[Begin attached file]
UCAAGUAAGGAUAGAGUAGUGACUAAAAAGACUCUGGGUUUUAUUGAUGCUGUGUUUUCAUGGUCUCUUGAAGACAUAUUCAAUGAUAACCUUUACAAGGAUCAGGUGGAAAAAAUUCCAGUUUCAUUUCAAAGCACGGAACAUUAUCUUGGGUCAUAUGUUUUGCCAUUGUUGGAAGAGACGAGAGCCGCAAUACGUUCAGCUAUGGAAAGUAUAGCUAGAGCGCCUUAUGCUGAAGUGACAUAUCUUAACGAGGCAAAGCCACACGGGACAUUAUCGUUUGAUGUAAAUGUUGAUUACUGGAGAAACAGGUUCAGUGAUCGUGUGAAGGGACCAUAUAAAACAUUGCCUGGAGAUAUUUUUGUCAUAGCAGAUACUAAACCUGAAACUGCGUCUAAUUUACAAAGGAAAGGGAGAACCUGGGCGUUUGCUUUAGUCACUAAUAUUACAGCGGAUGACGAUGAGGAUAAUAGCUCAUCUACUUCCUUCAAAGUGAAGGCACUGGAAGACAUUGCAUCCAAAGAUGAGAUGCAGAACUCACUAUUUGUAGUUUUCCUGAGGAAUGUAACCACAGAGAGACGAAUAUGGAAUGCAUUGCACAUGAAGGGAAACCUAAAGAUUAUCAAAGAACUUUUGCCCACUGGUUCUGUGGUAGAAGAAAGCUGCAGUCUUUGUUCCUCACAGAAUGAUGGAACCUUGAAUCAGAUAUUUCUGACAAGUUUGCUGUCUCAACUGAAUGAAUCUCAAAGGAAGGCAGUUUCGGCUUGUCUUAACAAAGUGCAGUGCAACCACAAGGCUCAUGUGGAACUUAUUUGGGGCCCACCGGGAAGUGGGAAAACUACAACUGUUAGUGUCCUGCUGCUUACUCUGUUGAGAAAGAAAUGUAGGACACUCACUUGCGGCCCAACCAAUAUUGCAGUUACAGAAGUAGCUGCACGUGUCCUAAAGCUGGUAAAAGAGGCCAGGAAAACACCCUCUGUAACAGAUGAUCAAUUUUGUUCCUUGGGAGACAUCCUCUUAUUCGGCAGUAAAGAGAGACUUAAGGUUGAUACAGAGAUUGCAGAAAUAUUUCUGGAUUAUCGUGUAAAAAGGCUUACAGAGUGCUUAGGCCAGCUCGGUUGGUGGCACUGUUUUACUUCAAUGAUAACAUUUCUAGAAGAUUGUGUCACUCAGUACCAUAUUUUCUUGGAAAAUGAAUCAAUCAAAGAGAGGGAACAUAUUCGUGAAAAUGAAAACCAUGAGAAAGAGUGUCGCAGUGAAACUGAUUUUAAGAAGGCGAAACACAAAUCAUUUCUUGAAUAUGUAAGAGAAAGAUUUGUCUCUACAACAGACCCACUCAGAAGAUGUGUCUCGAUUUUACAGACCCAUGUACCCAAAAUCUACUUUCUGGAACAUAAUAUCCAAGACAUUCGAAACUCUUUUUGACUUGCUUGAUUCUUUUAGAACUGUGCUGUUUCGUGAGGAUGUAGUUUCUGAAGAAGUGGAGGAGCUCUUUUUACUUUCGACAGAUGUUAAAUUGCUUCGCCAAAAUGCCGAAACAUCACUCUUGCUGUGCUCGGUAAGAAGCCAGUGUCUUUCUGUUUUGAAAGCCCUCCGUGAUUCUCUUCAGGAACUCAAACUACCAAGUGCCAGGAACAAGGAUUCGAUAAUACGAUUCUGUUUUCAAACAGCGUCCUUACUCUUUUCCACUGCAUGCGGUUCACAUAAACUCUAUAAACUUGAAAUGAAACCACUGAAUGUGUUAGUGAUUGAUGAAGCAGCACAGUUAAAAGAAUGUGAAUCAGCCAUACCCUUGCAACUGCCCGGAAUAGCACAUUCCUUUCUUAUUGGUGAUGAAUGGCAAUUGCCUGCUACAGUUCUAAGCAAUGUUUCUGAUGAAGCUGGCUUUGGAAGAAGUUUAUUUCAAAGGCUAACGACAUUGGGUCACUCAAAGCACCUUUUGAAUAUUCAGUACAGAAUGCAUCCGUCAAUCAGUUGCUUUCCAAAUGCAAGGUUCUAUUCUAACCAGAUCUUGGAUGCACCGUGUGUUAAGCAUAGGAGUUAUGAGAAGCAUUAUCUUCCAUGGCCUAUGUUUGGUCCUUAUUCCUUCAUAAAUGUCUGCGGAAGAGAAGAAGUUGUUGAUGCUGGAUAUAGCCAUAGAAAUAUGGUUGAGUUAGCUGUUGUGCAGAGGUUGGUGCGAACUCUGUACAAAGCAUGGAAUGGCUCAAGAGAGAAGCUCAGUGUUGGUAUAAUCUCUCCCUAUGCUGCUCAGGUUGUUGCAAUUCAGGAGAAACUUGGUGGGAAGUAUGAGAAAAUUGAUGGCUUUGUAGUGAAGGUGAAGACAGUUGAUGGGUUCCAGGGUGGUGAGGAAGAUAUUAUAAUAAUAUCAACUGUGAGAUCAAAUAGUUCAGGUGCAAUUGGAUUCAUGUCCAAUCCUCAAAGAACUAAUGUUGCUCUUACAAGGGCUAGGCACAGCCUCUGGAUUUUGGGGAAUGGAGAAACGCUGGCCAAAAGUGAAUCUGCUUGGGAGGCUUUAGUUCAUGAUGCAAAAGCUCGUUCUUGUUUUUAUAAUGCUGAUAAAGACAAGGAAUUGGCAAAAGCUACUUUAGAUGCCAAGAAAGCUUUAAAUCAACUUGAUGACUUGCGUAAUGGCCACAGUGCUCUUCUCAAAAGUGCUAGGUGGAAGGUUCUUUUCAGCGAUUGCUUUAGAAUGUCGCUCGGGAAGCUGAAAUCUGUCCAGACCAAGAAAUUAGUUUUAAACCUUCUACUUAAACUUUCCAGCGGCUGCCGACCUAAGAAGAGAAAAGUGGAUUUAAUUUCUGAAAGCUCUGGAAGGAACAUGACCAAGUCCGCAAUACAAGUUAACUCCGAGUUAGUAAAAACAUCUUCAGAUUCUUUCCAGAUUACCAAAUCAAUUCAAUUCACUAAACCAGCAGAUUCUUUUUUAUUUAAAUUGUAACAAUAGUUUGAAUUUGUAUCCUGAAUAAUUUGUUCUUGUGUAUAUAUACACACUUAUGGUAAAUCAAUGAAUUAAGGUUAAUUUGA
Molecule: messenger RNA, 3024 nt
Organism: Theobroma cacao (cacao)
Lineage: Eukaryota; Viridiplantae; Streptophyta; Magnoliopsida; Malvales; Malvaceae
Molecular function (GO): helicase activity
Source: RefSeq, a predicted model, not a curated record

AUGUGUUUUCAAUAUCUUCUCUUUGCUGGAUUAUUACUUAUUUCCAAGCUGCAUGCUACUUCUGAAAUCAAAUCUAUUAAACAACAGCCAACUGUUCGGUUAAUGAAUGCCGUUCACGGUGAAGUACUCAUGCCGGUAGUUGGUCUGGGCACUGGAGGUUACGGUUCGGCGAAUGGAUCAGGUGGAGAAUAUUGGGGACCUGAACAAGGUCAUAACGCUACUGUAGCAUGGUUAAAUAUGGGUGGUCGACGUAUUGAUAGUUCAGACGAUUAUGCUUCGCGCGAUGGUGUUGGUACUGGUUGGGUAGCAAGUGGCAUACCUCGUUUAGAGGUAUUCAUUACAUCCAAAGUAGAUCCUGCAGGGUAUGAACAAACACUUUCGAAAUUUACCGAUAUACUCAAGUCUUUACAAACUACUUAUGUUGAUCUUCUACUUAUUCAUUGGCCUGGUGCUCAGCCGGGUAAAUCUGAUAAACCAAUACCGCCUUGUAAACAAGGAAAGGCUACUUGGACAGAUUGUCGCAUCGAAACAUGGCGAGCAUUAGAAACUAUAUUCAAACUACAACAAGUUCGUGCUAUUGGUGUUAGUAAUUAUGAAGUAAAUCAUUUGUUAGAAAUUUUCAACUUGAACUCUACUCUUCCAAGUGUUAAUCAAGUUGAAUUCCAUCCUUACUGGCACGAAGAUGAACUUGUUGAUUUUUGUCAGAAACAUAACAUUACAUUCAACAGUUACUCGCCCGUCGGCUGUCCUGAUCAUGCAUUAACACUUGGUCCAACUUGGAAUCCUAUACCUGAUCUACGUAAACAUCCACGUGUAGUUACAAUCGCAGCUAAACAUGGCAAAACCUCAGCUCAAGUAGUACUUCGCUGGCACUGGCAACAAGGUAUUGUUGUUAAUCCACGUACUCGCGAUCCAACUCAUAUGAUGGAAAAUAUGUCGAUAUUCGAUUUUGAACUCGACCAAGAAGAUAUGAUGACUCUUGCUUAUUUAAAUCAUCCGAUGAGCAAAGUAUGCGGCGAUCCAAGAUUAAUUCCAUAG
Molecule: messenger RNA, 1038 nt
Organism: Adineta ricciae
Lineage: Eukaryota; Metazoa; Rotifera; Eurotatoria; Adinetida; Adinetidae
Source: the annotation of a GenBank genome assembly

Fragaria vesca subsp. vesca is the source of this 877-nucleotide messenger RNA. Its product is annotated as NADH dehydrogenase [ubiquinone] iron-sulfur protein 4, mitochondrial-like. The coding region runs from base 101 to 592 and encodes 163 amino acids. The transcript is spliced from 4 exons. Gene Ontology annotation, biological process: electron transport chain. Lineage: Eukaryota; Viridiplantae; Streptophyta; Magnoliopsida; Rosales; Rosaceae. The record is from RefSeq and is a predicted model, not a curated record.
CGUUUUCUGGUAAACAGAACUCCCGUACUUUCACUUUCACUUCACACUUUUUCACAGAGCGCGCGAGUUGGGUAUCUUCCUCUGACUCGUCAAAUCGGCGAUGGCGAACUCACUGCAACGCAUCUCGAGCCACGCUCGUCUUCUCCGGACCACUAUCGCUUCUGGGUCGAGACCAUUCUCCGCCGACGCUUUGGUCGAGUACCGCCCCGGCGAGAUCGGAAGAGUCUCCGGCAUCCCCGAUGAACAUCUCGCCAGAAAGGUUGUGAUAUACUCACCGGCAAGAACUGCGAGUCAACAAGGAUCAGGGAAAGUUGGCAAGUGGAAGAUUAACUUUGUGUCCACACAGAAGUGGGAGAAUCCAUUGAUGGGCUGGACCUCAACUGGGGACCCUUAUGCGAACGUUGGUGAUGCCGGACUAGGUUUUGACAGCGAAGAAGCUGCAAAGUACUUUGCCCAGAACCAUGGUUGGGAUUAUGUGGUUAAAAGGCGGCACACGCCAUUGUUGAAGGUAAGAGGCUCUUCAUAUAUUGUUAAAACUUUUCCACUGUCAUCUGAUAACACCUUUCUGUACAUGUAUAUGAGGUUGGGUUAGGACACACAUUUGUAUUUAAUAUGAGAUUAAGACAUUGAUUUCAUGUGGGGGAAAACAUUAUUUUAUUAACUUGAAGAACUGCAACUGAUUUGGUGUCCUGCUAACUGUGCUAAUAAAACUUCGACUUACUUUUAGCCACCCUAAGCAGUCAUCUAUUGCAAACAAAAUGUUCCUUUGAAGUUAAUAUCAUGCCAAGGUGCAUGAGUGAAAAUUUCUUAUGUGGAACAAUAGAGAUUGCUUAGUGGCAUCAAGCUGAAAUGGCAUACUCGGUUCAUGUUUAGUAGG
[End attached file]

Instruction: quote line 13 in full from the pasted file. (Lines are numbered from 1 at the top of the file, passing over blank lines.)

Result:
CGUUUUCUGGUAAACAGAACUCCCGUACUUUCACUUUCACUUCACACUUUUUCACAGAGCGCGCGAGUUGGGUAUCUUCCUCUGACUCGUCAAAUCGGCGAUGGCGAACUCACUGCAACGCAUCUCGAGCCACGCUCGUCUUCUCCGGACCACUAUCGCUUCUGGGUCGAGACCAUUCUCCGCCGACGCUUUGGUCGAGUACCGCCCCGGCGAGAUCGGAAGAGUCUCCGGCAUCCCCGAUGAACAUCUCGCCAGAAAGGUUGUGAUAUACUCACCGGCAAGAACUGCGAGUCAACAAGGAUCAGGGAAAGUUGGCAAGUGGAAGAUUAACUUUGUGUCCACACAGAAGUGGGAGAAUCCAUUGAUGGGCUGGACCUCAACUGGGGACCCUUAUGCGAACGUUGGUGAUGCCGGACUAGGUUUUGACAGCGAAGAAGCUGCAAAGUACUUUGCCCAGAACCAUGGUUGGGAUUAUGUGGUUAAAAGGCGGCACACGCCAUUGUUGAAGGUAAGAGGCUCUUCAUAUAUUGUUAAAACUUUUCCACUGUCAUCUGAUAACACCUUUCUGUACAUGUAUAUGAGGUUGGGUUAGGACACACAUUUGUAUUUAAUAUGAGAUUAAGACAUUGAUUUCAUGUGGGGGAAAACAUUAUUUUAUUAACUUGAAGAACUGCAACUGAUUUGGUGUCCUGCUAACUGUGCUAAUAAAACUUCGACUUACUUUUAGCCACCCUAAGCAGUCAUCUAUUGCAAACAAAAUGUUCCUUUGAAGUUAAUAUCAUGCCAAGGUGCAUGAGUGAAAAUUUCUUAUGUGGAACAAUAGAGAUUGCUUAGUGGCAUCAAGCUGAAAUGGCAUACUCGGUUCAUGUUUAGUAGG